How Any New Mom can Lower Her Risk of Heart Attack and Stroke

How Any New Mom can Lower Her Risk of Heart Attack and Stroke

Science shows that when it comes to feeding a baby, breast is always best. Yet another study shows why mothers should always nurse whenever possible, but this time for their benefit: Breastfeeding may lower moms’ risks of heart attack and stroke.

For 10 years, researchers followed and tracked heart events in nearly 290,000 women in China who answered questions about how many children they had, whether they breastfed, and for how long. [1]

Women who breastfed their babies had a 9% lower risk of developing heart disease during the study period compared to women who didn’t breastfeed. Women who breastfed more than 1 baby for 2 years or more lowered their risk of heart disease 18%, and their risk of stroke by a similar amount, compared to moms who never breastfed.

Read: Breastfeeding Boosts Mom’s Heart, Prevents Cardiovascular Disease

The effect persisted after researchers adjusted for factors that can affect heart attack risk, including cholesterol levels, blood pressure, smoking, obesity, and physical activity.

To be clear: The findings don’t mean that women who don’t breastfeed will suffer a heart attack or stroke. If you decide not to breastfeed for some reason, you shouldn’t assume you’re going to suffer a major health event because of it.

Researchers need to do a little more digging to find out why breastfeeding seems to lower heart attack and stroke risk. But one possibility is that breastfeeding changes the metabolism of women after they give birth, according to study author co-author Sanne Peters, a research fellow in epidemiology at the University of Oxford in England.

During pregnancy, fat is accumulated and redistributed throughout the body to ensure the developing baby has plenty of nutrients, and to prepare to nurse the baby with breast milk. Past studies indicate that breastfeeding makes it easier for the body to get rid of that accumulated fat.

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Source: Tampa Bay Breastfeeding Task Force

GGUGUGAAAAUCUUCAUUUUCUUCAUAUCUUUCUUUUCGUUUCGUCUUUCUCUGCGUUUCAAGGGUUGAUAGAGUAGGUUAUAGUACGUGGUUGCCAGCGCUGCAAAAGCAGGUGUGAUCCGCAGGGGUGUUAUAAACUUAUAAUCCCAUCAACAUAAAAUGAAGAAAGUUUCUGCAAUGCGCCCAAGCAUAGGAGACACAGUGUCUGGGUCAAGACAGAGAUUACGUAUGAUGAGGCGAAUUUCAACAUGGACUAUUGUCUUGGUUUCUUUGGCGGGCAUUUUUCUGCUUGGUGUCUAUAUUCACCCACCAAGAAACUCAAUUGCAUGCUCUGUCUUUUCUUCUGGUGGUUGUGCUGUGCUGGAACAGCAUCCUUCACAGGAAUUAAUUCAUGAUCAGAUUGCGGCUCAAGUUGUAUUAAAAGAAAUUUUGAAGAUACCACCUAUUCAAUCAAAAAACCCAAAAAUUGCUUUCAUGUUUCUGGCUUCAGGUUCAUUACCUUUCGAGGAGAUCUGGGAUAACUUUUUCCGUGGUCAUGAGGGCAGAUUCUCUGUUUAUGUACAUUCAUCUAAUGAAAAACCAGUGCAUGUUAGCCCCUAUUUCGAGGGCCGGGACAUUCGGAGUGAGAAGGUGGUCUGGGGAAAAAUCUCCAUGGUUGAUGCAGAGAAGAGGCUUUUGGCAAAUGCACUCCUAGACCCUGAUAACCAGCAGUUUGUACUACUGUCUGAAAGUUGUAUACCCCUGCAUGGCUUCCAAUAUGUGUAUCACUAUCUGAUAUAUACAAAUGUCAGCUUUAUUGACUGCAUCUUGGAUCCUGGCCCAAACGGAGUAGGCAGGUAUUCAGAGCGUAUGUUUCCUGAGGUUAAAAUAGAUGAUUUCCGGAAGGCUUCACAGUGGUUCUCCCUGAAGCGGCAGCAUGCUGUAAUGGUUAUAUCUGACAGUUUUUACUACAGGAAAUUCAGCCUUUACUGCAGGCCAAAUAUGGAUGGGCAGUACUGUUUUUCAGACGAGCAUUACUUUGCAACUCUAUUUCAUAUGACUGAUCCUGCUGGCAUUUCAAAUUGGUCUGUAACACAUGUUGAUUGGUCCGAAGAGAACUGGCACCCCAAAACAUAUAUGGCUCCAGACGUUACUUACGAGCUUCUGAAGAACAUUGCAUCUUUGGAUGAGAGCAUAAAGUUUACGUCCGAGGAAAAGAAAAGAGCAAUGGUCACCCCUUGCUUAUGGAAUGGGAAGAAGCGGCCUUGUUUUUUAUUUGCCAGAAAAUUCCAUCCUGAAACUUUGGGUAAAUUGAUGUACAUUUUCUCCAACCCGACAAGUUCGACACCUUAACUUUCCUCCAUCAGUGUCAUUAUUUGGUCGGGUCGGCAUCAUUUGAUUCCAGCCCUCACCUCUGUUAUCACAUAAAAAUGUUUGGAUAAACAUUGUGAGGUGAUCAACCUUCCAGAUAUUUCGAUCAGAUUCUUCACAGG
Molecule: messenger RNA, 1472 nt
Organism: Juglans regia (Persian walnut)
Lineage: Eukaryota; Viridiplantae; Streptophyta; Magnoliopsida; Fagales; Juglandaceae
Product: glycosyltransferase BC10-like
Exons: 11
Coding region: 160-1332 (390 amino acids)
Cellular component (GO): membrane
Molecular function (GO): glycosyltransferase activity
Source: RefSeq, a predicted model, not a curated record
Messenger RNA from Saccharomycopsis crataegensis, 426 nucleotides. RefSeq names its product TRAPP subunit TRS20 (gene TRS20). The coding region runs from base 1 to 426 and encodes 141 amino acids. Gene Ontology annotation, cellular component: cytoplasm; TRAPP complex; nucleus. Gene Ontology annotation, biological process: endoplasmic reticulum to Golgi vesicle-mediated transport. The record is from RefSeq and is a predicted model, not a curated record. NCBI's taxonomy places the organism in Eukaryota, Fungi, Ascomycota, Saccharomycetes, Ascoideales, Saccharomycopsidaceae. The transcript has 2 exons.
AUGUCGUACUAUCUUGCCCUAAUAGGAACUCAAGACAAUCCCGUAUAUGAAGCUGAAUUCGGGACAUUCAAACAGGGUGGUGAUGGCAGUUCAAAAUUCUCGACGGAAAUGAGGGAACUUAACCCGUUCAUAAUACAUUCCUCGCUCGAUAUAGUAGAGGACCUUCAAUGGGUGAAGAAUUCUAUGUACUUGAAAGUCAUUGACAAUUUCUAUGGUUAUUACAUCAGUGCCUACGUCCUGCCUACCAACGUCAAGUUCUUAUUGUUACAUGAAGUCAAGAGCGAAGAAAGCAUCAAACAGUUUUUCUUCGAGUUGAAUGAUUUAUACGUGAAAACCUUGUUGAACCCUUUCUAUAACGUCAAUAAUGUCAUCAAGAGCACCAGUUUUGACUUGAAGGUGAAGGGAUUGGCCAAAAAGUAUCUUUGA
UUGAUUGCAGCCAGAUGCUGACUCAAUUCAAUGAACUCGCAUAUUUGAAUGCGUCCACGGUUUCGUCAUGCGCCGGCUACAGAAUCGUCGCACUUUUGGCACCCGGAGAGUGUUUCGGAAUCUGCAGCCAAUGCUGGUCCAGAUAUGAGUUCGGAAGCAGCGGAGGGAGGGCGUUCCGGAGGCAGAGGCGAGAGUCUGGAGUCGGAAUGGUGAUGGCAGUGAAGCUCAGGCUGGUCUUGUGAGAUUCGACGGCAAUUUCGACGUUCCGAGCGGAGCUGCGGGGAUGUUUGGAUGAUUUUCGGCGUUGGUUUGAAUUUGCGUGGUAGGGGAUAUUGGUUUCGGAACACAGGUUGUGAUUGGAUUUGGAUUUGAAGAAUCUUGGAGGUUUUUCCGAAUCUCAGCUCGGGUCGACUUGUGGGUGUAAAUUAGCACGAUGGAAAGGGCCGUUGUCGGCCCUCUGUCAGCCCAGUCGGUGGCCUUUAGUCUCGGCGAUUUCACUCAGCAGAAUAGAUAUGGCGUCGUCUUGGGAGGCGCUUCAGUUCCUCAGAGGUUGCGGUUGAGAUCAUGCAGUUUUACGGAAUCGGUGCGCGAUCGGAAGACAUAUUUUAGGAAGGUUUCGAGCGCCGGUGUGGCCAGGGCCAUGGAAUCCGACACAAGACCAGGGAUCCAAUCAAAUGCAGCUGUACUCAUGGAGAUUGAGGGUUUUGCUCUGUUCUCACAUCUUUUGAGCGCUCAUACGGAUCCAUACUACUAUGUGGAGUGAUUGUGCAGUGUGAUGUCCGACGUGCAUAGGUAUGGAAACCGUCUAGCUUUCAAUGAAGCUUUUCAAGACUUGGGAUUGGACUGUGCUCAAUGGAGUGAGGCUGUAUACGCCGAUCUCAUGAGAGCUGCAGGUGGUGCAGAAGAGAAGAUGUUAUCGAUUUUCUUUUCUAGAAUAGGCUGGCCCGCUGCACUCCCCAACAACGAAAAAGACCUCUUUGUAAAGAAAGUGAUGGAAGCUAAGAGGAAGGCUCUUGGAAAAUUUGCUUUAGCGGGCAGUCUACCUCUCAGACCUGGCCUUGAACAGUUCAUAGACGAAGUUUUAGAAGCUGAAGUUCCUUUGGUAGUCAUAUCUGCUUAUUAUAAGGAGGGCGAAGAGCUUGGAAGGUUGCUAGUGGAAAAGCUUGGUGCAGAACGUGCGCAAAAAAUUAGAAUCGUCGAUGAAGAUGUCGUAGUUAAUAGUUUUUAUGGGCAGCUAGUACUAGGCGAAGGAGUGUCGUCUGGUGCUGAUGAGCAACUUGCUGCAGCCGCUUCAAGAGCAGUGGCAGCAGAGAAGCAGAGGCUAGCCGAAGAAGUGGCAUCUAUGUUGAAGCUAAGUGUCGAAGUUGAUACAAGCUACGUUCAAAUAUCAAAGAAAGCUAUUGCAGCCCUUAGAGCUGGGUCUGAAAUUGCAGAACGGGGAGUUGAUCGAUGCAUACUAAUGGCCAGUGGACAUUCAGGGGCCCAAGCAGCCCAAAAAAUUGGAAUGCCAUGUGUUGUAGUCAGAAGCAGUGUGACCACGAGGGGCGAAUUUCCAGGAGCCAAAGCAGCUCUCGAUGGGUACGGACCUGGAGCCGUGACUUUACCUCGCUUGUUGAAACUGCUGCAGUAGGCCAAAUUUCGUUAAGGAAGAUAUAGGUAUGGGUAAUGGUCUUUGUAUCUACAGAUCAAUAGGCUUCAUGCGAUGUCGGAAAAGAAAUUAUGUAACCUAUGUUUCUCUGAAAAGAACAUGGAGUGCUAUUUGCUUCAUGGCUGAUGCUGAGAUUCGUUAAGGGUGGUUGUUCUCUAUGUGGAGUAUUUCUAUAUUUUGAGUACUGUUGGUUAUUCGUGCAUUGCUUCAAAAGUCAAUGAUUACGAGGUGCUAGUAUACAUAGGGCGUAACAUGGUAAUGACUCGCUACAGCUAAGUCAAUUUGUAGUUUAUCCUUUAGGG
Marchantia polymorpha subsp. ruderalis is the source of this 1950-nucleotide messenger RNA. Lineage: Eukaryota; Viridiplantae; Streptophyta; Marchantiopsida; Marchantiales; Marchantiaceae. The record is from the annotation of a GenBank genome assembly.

Peters explained:

“Women who don’t breastfeed essentially have metabolic reserves that they don’t need.”

To put it in simpler terms, women who don’t breastfeed may gain more weight or not shed weight as easily as women that do, and that, in turn, could increase their risk factors for heart disease, such as unhealthy cholesterol levels and atherosclerosis.

Study: 6 Months of Breastfeeding can “HALVE” Childhood Obesity Risk

Dr. Nieca Goldberg, a spokesperson for the American Heart Association, theorizes that breastfeeding mothers might have healthier habits overall compared to moms who don’t breastfeed. That is to say, the findings may be more of a correlation than a cause-and-effect, though perhaps both are true.

It’s possible that breastfeeding has direct effects. For example, oxytocin, a feel-good hormone released during breastfeeding, might play a direct role in the lowered heart attack and stroke risks, as the hormone causes the blood vessels to relax. [2]

It’s not clear for how long moms need to breastfeed to reap the most heart benefits. In China, the average breastfeeding time is about a year. In the U.S., it’s closer to 6 months.

In the study, no differences were found between breastfeeding moms and bottle-feeding moms in terms of body mass index (BMI). But Peters said future studies should take into account more factors that affect heart health, including blood sugar, blood pressure, and cholesterol levels.

The researchers found that the longer a woman breast-fed, the lower the risk. For each additional 6 months of breastfeeding per baby, the risk of cardiovascular problems declined by 3-4% on average.

So, breastfeed if you can, but if you can’t, don’t worry. Goldberg said:

“Certainly, [moms] can lower their risks by getting regular exercise, not smoking, managing stress, and eating a healthy diet – like the Mediterranean diet.”


[1] Time

[2] UPI

Tampa Bay Breastfeeding Task Force